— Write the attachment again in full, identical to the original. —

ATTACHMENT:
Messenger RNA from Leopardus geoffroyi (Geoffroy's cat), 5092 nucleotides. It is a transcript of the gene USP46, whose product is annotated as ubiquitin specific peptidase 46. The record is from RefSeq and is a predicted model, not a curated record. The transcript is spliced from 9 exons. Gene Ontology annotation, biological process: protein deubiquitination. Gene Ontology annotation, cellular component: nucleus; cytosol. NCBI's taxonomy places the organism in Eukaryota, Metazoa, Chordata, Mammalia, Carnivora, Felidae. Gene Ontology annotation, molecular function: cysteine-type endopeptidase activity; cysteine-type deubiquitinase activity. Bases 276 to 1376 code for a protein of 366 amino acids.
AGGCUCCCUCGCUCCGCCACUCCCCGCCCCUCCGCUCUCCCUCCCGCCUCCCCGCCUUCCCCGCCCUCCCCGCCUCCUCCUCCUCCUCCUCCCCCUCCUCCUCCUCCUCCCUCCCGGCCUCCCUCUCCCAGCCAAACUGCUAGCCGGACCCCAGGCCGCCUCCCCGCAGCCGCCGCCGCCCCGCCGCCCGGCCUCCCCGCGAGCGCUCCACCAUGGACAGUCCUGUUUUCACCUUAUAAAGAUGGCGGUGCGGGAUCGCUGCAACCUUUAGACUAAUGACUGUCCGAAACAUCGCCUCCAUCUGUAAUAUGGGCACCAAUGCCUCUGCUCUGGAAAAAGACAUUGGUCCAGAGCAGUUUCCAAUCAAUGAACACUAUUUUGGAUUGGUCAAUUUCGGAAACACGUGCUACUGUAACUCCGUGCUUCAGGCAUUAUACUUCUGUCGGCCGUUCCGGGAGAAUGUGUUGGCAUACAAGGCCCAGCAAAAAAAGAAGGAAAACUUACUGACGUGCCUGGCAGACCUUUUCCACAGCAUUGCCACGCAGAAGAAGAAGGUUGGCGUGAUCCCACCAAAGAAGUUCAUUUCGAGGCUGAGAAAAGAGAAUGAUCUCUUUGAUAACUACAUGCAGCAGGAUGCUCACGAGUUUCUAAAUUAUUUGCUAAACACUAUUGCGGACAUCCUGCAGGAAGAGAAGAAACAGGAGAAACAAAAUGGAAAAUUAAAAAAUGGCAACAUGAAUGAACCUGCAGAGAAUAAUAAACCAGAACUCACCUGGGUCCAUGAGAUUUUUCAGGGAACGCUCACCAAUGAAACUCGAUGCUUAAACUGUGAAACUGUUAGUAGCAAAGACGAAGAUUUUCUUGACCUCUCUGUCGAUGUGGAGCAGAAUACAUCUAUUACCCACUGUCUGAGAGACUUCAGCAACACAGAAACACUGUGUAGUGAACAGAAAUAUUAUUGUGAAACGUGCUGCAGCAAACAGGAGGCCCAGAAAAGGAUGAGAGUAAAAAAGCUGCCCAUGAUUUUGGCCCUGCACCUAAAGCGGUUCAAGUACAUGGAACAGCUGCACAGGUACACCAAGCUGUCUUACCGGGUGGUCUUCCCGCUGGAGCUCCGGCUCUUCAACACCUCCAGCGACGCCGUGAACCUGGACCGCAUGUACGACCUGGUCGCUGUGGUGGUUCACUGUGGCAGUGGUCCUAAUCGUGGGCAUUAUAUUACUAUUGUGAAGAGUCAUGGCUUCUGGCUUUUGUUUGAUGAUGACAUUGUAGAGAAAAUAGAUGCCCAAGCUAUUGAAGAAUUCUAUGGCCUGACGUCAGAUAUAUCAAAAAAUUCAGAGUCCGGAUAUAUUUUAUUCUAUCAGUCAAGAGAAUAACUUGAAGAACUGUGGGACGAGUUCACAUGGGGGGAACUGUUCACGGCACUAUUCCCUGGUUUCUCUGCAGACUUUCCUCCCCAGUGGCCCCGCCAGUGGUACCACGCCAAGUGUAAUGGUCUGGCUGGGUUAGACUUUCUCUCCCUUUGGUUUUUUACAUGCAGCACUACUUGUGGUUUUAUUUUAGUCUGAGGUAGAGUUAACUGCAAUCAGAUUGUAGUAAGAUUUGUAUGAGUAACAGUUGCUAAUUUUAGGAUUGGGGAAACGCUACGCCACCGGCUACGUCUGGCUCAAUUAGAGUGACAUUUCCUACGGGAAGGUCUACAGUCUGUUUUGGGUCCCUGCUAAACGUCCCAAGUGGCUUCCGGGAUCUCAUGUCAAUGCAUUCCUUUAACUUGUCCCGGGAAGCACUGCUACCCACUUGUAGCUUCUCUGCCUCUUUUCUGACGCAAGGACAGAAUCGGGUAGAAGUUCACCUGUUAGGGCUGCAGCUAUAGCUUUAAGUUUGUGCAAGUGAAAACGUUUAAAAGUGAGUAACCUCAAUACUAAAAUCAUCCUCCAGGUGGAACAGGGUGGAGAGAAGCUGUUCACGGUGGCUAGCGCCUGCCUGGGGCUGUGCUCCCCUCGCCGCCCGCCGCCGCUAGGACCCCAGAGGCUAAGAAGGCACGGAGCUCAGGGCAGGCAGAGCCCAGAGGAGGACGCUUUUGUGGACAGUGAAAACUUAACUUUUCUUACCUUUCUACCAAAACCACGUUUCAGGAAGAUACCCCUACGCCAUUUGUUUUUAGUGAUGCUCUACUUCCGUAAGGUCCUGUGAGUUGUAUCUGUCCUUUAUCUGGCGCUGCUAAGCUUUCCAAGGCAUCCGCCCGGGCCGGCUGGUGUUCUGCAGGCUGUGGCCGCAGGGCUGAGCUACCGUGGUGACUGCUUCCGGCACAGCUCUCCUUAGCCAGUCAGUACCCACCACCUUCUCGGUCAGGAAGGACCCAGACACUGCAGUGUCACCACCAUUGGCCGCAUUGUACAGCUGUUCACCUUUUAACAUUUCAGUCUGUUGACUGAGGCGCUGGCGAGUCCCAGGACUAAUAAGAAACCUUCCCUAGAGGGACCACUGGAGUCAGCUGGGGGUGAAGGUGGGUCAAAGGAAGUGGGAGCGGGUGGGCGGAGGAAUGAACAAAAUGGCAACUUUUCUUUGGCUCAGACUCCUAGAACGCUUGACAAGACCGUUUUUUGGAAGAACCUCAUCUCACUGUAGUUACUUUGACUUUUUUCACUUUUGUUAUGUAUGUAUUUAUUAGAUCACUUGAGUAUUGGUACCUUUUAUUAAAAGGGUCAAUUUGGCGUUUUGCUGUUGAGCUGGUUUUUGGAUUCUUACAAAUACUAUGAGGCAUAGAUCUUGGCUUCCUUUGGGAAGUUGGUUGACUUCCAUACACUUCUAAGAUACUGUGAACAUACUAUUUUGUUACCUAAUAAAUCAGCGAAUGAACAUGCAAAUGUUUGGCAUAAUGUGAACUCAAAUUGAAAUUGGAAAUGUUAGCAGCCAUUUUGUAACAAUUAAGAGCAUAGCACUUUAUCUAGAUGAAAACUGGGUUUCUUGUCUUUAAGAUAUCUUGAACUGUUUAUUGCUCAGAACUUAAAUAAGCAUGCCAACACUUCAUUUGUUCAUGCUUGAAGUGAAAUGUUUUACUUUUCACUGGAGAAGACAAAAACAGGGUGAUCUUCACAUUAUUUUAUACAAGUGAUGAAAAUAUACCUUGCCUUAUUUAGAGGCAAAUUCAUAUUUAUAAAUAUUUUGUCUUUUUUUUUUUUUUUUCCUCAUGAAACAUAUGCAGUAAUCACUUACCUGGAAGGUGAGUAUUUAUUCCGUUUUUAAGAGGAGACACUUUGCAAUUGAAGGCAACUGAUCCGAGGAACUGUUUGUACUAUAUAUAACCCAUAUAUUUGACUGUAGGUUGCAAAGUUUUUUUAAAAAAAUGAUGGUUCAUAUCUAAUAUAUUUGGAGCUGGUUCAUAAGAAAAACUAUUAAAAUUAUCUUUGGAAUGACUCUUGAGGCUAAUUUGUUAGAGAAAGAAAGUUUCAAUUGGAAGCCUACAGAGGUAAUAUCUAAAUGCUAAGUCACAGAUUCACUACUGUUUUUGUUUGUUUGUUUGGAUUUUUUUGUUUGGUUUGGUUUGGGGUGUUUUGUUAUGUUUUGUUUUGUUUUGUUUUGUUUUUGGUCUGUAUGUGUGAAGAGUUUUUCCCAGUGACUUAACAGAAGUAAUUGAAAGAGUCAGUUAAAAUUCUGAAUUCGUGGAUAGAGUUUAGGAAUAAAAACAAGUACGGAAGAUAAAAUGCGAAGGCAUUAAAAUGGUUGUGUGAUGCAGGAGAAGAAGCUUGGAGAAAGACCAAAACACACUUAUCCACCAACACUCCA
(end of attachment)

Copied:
Messenger RNA from Leopardus geoffroyi (Geoffroy's cat), 5092 nucleotides. It is a transcript of the gene USP46, whose product is annotated as ubiquitin specific peptidase 46. The record is from RefSeq and is a predicted model, not a curated record. The transcript is spliced from 9 exons. Gene Ontology annotation, biological process: protein deubiquitination. Gene Ontology annotation, cellular component: nucleus; cytosol. NCBI's taxonomy places the organism in Eukaryota, Metazoa, Chordata, Mammalia, Carnivora, Felidae. Gene Ontology annotation, molecular function: cysteine-type endopeptidase activity; cysteine-type deubiquitinase activity. Bases 276 to 1376 code for a protein of 366 amino acids.
AGGCUCCCUCGCUCCGCCACUCCCCGCCCCUCCGCUCUCCCUCCCGCCUCCCCGCCUUCCCCGCCCUCCCCGCCUCCUCCUCCUCCUCCUCCCCCUCCUCCUCCUCCUCCCUCCCGGCCUCCCUCUCCCAGCCAAACUGCUAGCCGGACCCCAGGCCGCCUCCCCGCAGCCGCCGCCGCCCCGCCGCCCGGCCUCCCCGCGAGCGCUCCACCAUGGACAGUCCUGUUUUCACCUUAUAAAGAUGGCGGUGCGGGAUCGCUGCAACCUUUAGACUAAUGACUGUCCGAAACAUCGCCUCCAUCUGUAAUAUGGGCACCAAUGCCUCUGCUCUGGAAAAAGACAUUGGUCCAGAGCAGUUUCCAAUCAAUGAACACUAUUUUGGAUUGGUCAAUUUCGGAAACACGUGCUACUGUAACUCCGUGCUUCAGGCAUUAUACUUCUGUCGGCCGUUCCGGGAGAAUGUGUUGGCAUACAAGGCCCAGCAAAAAAAGAAGGAAAACUUACUGACGUGCCUGGCAGACCUUUUCCACAGCAUUGCCACGCAGAAGAAGAAGGUUGGCGUGAUCCCACCAAAGAAGUUCAUUUCGAGGCUGAGAAAAGAGAAUGAUCUCUUUGAUAACUACAUGCAGCAGGAUGCUCACGAGUUUCUAAAUUAUUUGCUAAACACUAUUGCGGACAUCCUGCAGGAAGAGAAGAAACAGGAGAAACAAAAUGGAAAAUUAAAAAAUGGCAACAUGAAUGAACCUGCAGAGAAUAAUAAACCAGAACUCACCUGGGUCCAUGAGAUUUUUCAGGGAACGCUCACCAAUGAAACUCGAUGCUUAAACUGUGAAACUGUUAGUAGCAAAGACGAAGAUUUUCUUGACCUCUCUGUCGAUGUGGAGCAGAAUACAUCUAUUACCCACUGUCUGAGAGACUUCAGCAACACAGAAACACUGUGUAGUGAACAGAAAUAUUAUUGUGAAACGUGCUGCAGCAAACAGGAGGCCCAGAAAAGGAUGAGAGUAAAAAAGCUGCCCAUGAUUUUGGCCCUGCACCUAAAGCGGUUCAAGUACAUGGAACAGCUGCACAGGUACACCAAGCUGUCUUACCGGGUGGUCUUCCCGCUGGAGCUCCGGCUCUUCAACACCUCCAGCGACGCCGUGAACCUGGACCGCAUGUACGACCUGGUCGCUGUGGUGGUUCACUGUGGCAGUGGUCCUAAUCGUGGGCAUUAUAUUACUAUUGUGAAGAGUCAUGGCUUCUGGCUUUUGUUUGAUGAUGACAUUGUAGAGAAAAUAGAUGCCCAAGCUAUUGAAGAAUUCUAUGGCCUGACGUCAGAUAUAUCAAAAAAUUCAGAGUCCGGAUAUAUUUUAUUCUAUCAGUCAAGAGAAUAACUUGAAGAACUGUGGGACGAGUUCACAUGGGGGGAACUGUUCACGGCACUAUUCCCUGGUUUCUCUGCAGACUUUCCUCCCCAGUGGCCCCGCCAGUGGUACCACGCCAAGUGUAAUGGUCUGGCUGGGUUAGACUUUCUCUCCCUUUGGUUUUUUACAUGCAGCACUACUUGUGGUUUUAUUUUAGUCUGAGGUAGAGUUAACUGCAAUCAGAUUGUAGUAAGAUUUGUAUGAGUAACAGUUGCUAAUUUUAGGAUUGGGGAAACGCUACGCCACCGGCUACGUCUGGCUCAAUUAGAGUGACAUUUCCUACGGGAAGGUCUACAGUCUGUUUUGGGUCCCUGCUAAACGUCCCAAGUGGCUUCCGGGAUCUCAUGUCAAUGCAUUCCUUUAACUUGUCCCGGGAAGCACUGCUACCCACUUGUAGCUUCUCUGCCUCUUUUCUGACGCAAGGACAGAAUCGGGUAGAAGUUCACCUGUUAGGGCUGCAGCUAUAGCUUUAAGUUUGUGCAAGUGAAAACGUUUAAAAGUGAGUAACCUCAAUACUAAAAUCAUCCUCCAGGUGGAACAGGGUGGAGAGAAGCUGUUCACGGUGGCUAGCGCCUGCCUGGGGCUGUGCUCCCCUCGCCGCCCGCCGCCGCUAGGACCCCAGAGGCUAAGAAGGCACGGAGCUCAGGGCAGGCAGAGCCCAGAGGAGGACGCUUUUGUGGACAGUGAAAACUUAACUUUUCUUACCUUUCUACCAAAACCACGUUUCAGGAAGAUACCCCUACGCCAUUUGUUUUUAGUGAUGCUCUACUUCCGUAAGGUCCUGUGAGUUGUAUCUGUCCUUUAUCUGGCGCUGCUAAGCUUUCCAAGGCAUCCGCCCGGGCCGGCUGGUGUUCUGCAGGCUGUGGCCGCAGGGCUGAGCUACCGUGGUGACUGCUUCCGGCACAGCUCUCCUUAGCCAGUCAGUACCCACCACCUUCUCGGUCAGGAAGGACCCAGACACUGCAGUGUCACCACCAUUGGCCGCAUUGUACAGCUGUUCACCUUUUAACAUUUCAGUCUGUUGACUGAGGCGCUGGCGAGUCCCAGGACUAAUAAGAAACCUUCCCUAGAGGGACCACUGGAGUCAGCUGGGGGUGAAGGUGGGUCAAAGGAAGUGGGAGCGGGUGGGCGGAGGAAUGAACAAAAUGGCAACUUUUCUUUGGCUCAGACUCCUAGAACGCUUGACAAGACCGUUUUUUGGAAGAACCUCAUCUCACUGUAGUUACUUUGACUUUUUUCACUUUUGUUAUGUAUGUAUUUAUUAGAUCACUUGAGUAUUGGUACCUUUUAUUAAAAGGGUCAAUUUGGCGUUUUGCUGUUGAGCUGGUUUUUGGAUUCUUACAAAUACUAUGAGGCAUAGAUCUUGGCUUCCUUUGGGAAGUUGGUUGACUUCCAUACACUUCUAAGAUACUGUGAACAUACUAUUUUGUUACCUAAUAAAUCAGCGAAUGAACAUGCAAAUGUUUGGCAUAAUGUGAACUCAAAUUGAAAUUGGAAAUGUUAGCAGCCAUUUUGUAACAAUUAAGAGCAUAGCACUUUAUCUAGAUGAAAACUGGGUUUCUUGUCUUUAAGAUAUCUUGAACUGUUUAUUGCUCAGAACUUAAAUAAGCAUGCCAACACUUCAUUUGUUCAUGCUUGAAGUGAAAUGUUUUACUUUUCACUGGAGAAGACAAAAACAGGGUGAUCUUCACAUUAUUUUAUACAAGUGAUGAAAAUAUACCUUGCCUUAUUUAGAGGCAAAUUCAUAUUUAUAAAUAUUUUGUCUUUUUUUUUUUUUUUUCCUCAUGAAACAUAUGCAGUAAUCACUUACCUGGAAGGUGAGUAUUUAUUCCGUUUUUAAGAGGAGACACUUUGCAAUUGAAGGCAACUGAUCCGAGGAACUGUUUGUACUAUAUAUAACCCAUAUAUUUGACUGUAGGUUGCAAAGUUUUUUUAAAAAAAUGAUGGUUCAUAUCUAAUAUAUUUGGAGCUGGUUCAUAAGAAAAACUAUUAAAAUUAUCUUUGGAAUGACUCUUGAGGCUAAUUUGUUAGAGAAAGAAAGUUUCAAUUGGAAGCCUACAGAGGUAAUAUCUAAAUGCUAAGUCACAGAUUCACUACUGUUUUUGUUUGUUUGUUUGGAUUUUUUUGUUUGGUUUGGUUUGGGGUGUUUUGUUAUGUUUUGUUUUGUUUUGUUUUGUUUUUGGUCUGUAUGUGUGAAGAGUUUUUCCCAGUGACUUAACAGAAGUAAUUGAAAGAGUCAGUUAAAAUUCUGAAUUCGUGGAUAGAGUUUAGGAAUAAAAACAAGUACGGAAGAUAAAAUGCGAAGGCAUUAAAAUGGUUGUGUGAUGCAGGAGAAGAAGCUUGGAGAAAGACCAAAACACACUUAUCCACCAACACUCCA